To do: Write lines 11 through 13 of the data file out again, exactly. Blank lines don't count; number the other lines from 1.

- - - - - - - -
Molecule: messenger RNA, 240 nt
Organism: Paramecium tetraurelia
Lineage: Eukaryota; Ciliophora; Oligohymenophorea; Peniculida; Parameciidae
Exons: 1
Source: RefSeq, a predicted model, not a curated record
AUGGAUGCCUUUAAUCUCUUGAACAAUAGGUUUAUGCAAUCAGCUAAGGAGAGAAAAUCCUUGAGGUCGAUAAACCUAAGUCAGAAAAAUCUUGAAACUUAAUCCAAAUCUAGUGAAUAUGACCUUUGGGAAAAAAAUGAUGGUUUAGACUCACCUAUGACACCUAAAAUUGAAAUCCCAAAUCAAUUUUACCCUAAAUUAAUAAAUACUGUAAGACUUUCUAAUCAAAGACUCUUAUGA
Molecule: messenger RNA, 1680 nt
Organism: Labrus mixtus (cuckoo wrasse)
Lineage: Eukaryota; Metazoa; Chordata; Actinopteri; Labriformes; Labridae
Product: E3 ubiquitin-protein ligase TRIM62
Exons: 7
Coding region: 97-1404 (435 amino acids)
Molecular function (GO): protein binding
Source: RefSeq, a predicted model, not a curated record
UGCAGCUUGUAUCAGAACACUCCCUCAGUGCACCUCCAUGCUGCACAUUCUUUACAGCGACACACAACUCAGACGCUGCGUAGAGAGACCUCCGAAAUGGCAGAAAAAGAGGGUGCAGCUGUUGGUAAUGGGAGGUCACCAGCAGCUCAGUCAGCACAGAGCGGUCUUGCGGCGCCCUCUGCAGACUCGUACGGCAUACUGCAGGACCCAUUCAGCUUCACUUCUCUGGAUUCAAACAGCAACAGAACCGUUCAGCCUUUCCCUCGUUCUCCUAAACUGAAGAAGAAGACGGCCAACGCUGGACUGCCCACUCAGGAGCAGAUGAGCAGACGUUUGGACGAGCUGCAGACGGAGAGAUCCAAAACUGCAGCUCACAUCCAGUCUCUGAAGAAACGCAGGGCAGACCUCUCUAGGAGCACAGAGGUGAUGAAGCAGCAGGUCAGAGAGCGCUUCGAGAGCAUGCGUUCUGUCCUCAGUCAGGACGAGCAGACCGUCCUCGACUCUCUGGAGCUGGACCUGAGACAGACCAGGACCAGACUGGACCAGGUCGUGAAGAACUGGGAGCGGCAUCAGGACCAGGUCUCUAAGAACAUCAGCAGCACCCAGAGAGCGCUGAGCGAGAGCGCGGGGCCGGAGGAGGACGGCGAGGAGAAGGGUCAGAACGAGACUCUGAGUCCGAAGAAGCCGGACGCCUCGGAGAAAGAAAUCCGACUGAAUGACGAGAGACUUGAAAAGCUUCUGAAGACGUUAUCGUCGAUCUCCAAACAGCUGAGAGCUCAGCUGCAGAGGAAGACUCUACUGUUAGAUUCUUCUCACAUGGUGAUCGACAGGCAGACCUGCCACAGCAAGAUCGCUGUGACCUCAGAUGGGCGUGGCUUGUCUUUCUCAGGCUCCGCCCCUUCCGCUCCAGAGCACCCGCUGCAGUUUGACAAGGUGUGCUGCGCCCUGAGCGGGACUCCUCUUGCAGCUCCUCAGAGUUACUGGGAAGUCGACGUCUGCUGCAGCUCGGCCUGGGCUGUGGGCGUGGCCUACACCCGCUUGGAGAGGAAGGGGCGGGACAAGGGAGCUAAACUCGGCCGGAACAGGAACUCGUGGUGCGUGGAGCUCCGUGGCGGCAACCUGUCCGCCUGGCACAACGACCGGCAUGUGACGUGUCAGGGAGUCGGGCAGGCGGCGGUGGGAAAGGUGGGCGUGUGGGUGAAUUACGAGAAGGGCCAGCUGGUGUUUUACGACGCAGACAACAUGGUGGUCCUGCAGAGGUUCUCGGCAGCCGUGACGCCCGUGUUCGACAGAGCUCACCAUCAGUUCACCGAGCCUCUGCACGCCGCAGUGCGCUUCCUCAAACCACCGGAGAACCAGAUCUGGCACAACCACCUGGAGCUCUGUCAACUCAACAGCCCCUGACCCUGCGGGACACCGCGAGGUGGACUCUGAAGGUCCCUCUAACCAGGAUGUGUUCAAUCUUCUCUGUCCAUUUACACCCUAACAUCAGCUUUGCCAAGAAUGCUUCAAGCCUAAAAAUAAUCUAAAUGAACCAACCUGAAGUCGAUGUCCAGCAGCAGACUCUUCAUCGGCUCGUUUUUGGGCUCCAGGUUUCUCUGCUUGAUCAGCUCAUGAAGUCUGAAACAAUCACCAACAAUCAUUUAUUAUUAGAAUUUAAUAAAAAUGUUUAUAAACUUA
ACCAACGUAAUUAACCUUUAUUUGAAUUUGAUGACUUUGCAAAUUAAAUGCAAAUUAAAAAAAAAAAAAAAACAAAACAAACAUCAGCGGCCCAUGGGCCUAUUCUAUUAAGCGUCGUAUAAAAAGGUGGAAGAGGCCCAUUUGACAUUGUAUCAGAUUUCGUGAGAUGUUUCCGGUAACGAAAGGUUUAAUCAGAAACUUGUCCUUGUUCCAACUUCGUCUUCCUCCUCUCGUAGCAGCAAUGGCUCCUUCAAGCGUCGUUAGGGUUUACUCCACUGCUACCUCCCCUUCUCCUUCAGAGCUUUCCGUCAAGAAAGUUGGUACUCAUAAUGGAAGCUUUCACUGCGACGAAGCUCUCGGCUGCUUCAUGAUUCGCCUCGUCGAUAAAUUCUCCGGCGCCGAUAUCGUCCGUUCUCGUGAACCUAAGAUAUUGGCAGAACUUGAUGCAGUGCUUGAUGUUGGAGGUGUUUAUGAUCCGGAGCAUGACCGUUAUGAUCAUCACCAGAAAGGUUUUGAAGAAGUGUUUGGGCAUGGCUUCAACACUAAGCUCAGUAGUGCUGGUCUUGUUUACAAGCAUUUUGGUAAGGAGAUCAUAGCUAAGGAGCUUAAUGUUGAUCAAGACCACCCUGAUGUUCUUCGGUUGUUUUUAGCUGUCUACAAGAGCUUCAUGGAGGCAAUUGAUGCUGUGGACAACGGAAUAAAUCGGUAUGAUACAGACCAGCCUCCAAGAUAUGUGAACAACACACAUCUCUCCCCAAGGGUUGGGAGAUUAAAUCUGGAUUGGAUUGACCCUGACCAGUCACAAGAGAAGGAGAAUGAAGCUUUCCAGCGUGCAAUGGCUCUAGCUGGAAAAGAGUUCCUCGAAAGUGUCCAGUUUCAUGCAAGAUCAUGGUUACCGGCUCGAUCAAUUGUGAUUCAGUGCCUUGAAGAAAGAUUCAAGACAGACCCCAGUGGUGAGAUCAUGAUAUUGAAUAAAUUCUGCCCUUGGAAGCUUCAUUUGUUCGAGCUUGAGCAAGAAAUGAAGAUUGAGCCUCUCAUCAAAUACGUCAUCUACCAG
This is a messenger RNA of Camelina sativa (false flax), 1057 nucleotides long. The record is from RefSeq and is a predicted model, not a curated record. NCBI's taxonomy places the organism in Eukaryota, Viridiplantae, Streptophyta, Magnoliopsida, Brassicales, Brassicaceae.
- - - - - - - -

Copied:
Exons: 7
Coding region: 97-1404 (435 amino acids)
Molecular function (GO): protein binding